For already, long before the New Year has been toasted and optimistic resolutions cast aside, the elite of tennis—from family men Novak Djokovic and Roger Federer, to newly-wed David Ferrer, to soon-to-be-father Andy Murray, to footloose Rafael Nadal—are deep into their preparations for 2016.
They do not start with a clean slate, of course. The top eight cannot impact on their rankings enough to affect significantly the seedings for the fast-approaching first Slam of the year, the Australian Open. But the coming fortnight, packed with five ATP 250 tournaments, two high-quality round-robin events, and a big-name, six-man, quarter-million-dollar exho in Abu Dhabi, offers the chance to put those training blocks into practice, fine-tune tactics, and sharpen match-play.
Federer, after a thriving two-year partnership with Stefan Edberg, bid farewell to his childhood idol and took on old friend Ivan Ljubicic, all while playing three cities during the IPTL and assorted training sessions in Dubai.
Andy Murray, between winning the Davis Cup and the BBC Sports Personality of the Year trophy, welcomed back Amelie Mauresmo, played a bit of “Tiebreak Tens” at the Albert Hall, and fitted in some IPTL around his Dubai training block.
David Ferrer got married—though only the most alert fans would pick up the news from this private man—and changed his racket—a rare and bold switch of brand after almost 15 years on the tour.
French players began to break a nation’s heart as one by one they succumbed to injury before a single tour match was played: No9 Richard Gasquet is out of the Australian Open with back problems; No10 Jo-Wilfried Tsonga, who struggled through one match in Abu Dhabi with a taped right arm, withdrew from the rest of the event; and Gael Monfils pulled out of the Hopman Cup with a leg injury.
There were farewells from a plethora of 30-somethings: Jarkko Nieminen, Mardy Fish, Robin Soderling and—still to come through an emotional Australian swing—Lleyton Hewitt all won titles, all at some time faced surgery or illness, all will be missed.
Meanwhile, other over-30s enjoyed one of the best end-of-seasons ever, with four filling places among the eight at the World Tour Finals, six filling the top 11 rankings at the start of the 2016, and the 26-year-old Nishikori the only man under aged 28 in the top 12.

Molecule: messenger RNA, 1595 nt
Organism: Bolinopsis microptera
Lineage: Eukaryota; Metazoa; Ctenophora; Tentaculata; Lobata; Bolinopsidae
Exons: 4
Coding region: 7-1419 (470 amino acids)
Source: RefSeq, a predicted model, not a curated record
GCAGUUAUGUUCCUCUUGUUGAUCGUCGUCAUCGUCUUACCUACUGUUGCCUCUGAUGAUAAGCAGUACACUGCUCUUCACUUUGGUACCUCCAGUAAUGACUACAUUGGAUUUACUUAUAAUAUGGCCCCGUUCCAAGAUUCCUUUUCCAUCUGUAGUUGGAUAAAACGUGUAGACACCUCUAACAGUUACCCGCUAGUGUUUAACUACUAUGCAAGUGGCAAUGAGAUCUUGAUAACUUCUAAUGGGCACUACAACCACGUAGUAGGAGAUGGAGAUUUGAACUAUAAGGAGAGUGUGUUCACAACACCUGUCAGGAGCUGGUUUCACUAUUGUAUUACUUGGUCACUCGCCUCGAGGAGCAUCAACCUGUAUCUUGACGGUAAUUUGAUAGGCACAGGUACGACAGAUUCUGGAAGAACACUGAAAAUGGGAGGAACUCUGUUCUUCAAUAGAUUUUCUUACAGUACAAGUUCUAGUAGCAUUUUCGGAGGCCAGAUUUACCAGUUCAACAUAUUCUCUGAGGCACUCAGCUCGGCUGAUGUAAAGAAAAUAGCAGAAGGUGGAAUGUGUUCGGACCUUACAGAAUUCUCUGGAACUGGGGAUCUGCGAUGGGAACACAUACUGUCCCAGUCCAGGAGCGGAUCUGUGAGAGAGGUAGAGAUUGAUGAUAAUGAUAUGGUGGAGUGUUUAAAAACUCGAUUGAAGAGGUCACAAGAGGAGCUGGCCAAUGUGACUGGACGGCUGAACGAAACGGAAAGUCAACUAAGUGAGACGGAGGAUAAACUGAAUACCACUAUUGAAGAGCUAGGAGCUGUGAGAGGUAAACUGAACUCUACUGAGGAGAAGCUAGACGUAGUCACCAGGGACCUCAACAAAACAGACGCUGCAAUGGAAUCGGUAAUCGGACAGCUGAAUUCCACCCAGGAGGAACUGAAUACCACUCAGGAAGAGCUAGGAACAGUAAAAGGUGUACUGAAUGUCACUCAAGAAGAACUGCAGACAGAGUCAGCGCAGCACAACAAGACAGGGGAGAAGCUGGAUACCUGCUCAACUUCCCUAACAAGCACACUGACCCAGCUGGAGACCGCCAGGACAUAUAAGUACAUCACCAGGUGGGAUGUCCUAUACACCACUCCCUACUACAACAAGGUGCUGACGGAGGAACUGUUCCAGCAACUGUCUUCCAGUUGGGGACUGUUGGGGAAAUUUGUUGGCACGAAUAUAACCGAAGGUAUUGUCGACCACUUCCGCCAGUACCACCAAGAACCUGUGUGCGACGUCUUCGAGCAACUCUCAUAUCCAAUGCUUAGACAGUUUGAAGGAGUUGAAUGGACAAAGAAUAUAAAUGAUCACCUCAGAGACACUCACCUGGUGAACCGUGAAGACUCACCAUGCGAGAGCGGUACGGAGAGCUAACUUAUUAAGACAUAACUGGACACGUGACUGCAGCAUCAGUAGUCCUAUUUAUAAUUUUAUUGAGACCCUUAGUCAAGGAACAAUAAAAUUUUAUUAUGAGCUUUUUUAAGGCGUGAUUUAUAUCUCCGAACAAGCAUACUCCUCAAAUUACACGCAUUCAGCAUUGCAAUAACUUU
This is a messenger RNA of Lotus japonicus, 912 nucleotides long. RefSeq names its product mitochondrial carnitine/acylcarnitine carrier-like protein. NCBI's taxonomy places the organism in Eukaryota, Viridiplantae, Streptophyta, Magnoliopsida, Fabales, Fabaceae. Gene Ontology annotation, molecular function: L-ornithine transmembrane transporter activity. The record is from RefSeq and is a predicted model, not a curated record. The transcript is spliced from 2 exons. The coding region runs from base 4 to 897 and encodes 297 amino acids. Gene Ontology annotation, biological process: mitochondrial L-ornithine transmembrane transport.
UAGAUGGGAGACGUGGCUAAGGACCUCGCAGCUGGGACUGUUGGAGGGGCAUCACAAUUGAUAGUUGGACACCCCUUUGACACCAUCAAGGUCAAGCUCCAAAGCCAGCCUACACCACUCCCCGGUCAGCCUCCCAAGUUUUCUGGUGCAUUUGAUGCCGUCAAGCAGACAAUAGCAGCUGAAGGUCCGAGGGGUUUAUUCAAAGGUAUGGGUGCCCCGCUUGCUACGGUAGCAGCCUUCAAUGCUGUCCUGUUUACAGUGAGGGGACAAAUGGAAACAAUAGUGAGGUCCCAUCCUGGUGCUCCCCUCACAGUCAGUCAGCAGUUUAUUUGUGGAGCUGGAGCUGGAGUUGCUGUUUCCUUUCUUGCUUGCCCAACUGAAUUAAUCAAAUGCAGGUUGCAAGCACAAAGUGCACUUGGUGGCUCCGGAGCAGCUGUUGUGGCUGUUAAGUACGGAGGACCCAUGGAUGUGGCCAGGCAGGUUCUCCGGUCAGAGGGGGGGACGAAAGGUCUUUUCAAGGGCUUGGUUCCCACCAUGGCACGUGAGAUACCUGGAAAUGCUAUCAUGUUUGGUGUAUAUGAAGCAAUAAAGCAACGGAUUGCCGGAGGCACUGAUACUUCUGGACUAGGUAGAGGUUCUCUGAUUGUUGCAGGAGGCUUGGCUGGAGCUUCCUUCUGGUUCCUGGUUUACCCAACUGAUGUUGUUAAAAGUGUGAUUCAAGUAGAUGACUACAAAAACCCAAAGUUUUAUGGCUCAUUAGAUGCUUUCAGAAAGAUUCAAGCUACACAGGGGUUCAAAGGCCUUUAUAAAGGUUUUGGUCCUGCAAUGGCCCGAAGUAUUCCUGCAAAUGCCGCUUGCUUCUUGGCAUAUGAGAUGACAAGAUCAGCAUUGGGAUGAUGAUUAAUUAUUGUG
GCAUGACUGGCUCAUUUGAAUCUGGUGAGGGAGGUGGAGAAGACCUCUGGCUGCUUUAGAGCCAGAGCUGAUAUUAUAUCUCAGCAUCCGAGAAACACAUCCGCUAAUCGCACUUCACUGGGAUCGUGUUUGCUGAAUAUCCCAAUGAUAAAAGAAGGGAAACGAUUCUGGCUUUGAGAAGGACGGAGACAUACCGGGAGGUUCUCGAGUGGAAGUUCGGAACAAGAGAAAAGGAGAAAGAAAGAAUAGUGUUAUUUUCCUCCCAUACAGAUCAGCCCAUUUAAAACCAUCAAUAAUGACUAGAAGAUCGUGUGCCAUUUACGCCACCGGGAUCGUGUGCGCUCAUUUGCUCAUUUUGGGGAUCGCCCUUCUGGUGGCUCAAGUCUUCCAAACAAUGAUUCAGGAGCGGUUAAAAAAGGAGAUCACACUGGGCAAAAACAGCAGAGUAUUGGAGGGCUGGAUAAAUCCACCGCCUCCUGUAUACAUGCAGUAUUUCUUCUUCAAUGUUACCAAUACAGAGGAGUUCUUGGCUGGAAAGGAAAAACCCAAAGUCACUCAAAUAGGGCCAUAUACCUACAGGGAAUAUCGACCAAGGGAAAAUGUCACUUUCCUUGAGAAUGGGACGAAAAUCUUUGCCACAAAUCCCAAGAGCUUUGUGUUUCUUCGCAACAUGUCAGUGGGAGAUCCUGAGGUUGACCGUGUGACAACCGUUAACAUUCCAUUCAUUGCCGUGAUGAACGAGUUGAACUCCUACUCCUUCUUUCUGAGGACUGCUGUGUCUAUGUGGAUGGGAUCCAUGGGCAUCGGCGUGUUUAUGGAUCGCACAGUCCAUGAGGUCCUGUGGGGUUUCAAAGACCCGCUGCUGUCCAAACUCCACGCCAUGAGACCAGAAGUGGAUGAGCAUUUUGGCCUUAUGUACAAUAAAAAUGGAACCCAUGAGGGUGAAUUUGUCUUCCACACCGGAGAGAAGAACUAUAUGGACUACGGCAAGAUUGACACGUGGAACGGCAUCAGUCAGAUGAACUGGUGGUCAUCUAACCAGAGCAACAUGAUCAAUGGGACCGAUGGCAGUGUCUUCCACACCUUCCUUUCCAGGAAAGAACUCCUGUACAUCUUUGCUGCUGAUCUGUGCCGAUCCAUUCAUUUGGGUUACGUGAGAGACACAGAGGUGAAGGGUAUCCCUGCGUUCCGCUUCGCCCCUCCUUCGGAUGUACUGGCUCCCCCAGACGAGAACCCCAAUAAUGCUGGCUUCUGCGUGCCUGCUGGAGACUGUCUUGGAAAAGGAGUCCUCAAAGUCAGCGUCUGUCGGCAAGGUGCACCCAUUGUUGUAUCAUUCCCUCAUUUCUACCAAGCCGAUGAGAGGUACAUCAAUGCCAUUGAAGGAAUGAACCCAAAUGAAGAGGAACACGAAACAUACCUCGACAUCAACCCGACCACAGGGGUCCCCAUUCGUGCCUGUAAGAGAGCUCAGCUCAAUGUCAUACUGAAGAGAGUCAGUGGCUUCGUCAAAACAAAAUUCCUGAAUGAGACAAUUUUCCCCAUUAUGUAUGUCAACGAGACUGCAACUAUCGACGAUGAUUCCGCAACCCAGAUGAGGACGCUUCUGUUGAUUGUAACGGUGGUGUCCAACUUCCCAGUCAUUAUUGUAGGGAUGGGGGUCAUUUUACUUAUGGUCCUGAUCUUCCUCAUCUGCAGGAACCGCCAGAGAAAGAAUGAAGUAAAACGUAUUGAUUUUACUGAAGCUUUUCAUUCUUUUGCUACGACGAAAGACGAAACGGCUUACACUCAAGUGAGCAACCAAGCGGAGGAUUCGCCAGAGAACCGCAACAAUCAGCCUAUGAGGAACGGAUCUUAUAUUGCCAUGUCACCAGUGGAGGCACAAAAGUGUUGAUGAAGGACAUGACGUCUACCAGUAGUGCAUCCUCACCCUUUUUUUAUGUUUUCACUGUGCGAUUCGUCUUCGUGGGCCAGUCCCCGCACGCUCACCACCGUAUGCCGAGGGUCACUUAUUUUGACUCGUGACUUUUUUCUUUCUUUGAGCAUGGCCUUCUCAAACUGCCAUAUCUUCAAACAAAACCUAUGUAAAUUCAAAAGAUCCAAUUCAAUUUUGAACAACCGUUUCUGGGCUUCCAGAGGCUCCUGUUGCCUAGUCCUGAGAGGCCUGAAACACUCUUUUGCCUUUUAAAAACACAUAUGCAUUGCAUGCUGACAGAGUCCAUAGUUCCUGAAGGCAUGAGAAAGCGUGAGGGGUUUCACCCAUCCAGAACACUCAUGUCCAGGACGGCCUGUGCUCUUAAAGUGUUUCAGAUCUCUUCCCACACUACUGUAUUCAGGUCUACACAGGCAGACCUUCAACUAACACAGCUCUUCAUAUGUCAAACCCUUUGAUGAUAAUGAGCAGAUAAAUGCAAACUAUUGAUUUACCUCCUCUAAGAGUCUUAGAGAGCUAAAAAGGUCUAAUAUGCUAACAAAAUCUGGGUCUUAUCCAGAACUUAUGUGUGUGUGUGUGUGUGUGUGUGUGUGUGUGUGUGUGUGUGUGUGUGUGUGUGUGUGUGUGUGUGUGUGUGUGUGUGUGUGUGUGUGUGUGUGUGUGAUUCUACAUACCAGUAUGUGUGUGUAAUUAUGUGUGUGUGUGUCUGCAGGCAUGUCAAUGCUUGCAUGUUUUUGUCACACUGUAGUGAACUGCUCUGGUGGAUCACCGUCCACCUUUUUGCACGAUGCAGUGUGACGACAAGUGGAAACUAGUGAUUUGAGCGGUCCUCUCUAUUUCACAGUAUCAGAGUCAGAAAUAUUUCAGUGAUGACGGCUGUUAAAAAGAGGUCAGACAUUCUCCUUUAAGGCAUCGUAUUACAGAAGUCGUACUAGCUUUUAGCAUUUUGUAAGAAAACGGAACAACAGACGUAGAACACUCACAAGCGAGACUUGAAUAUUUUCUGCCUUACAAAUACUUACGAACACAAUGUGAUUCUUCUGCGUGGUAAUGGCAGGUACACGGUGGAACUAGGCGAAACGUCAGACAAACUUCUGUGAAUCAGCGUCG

And when it came to Grand Slams, it was over-30s who proved the biggest thorn in the side of the most dominant player of the 2015, Djokovic. The world No1 was denied a clean sweep of Majors by Stan Wawrinka at Roland Garros, and three of his six losses came to Federer, twice in title matches. He also faced Federer in two of his Grand Slam victories, two Masters victories and in the World Tour finals title match.
So the big questions, as 2016 gets under way, are not so different from those that announced 2015—or almost any year in the last decade: Who can ripple the waters among the top five players, not just in Grand Slam titles but in finals? After all, only two other men have won from 40 titles, and only 12 times has a name other than ‘the five’ appeared in a possible 80 slots.
Who can claim a Masters title, when all but six in the last seven years have gone to the same five men—and Ljubicic, Fish and Andy Roddick have since retired?
And core to these same questions lie still more particular ones.
Who can make a dent in the near-perfect performance of Djokovic? In 2015, he won 11 titles from 15 consecutive finals, all at Grand Slam or Masters level bar two 500s—an 82-6 run; with almost twice the ranking points of the second man.
He has been notable in the off-season, too, in not playing since winning his fifth World Tour Finals trophy. He withdrew from a scheduled appearance in the IPTL, and prepares for his Australian Open defence in Doha—the last tournament in which he lost before the final.
He shows few signs of either mental or physical weakness, so the field must look to the few who have made inroads for inspiration: the Swiss.
The 34-year-old father of four was, until the latter stages of 2015, second only to the mighty Serb, just as he had been until the London finale in 2014. He ended both seasons with 11 finals, taking five and six titles respectively, and seven times last season he and Djokovic were the last men standing.
So the Swiss man’s increasingly forward-moving game clearly has some answers to some Djokovic questions, and with a change in coach and a revamped schedule that focuses on grass and hard courts at the expense of clay, he has clear-sighted targets for 2016, too: Winning big at key events.
The Briton has rarely looked happier than in the last month. It seems that Davis Cup victory, imminent fatherhood, and the return of much-admired coach Mauresmo have worked their magic.
Murray may be feeling the love, but he has not beaten Federer since the 2013 Australian Open—has won only one set in the intervening five matches. And while he was one of a rare band to beat Djokovic in 2015—claiming the Montreal Masters—Murray otherwise carried a 10-match run of losses back to 2013.
Murray has forsaken ATP tournaments in favour of the team-based Hopman Cup as he prepares to go one better than his final finish at the Australian Open last year, but he showed in his IPTL appearances in Dubai that he is sharp, fit and ready to ride his confidence to success before taking paternity leave.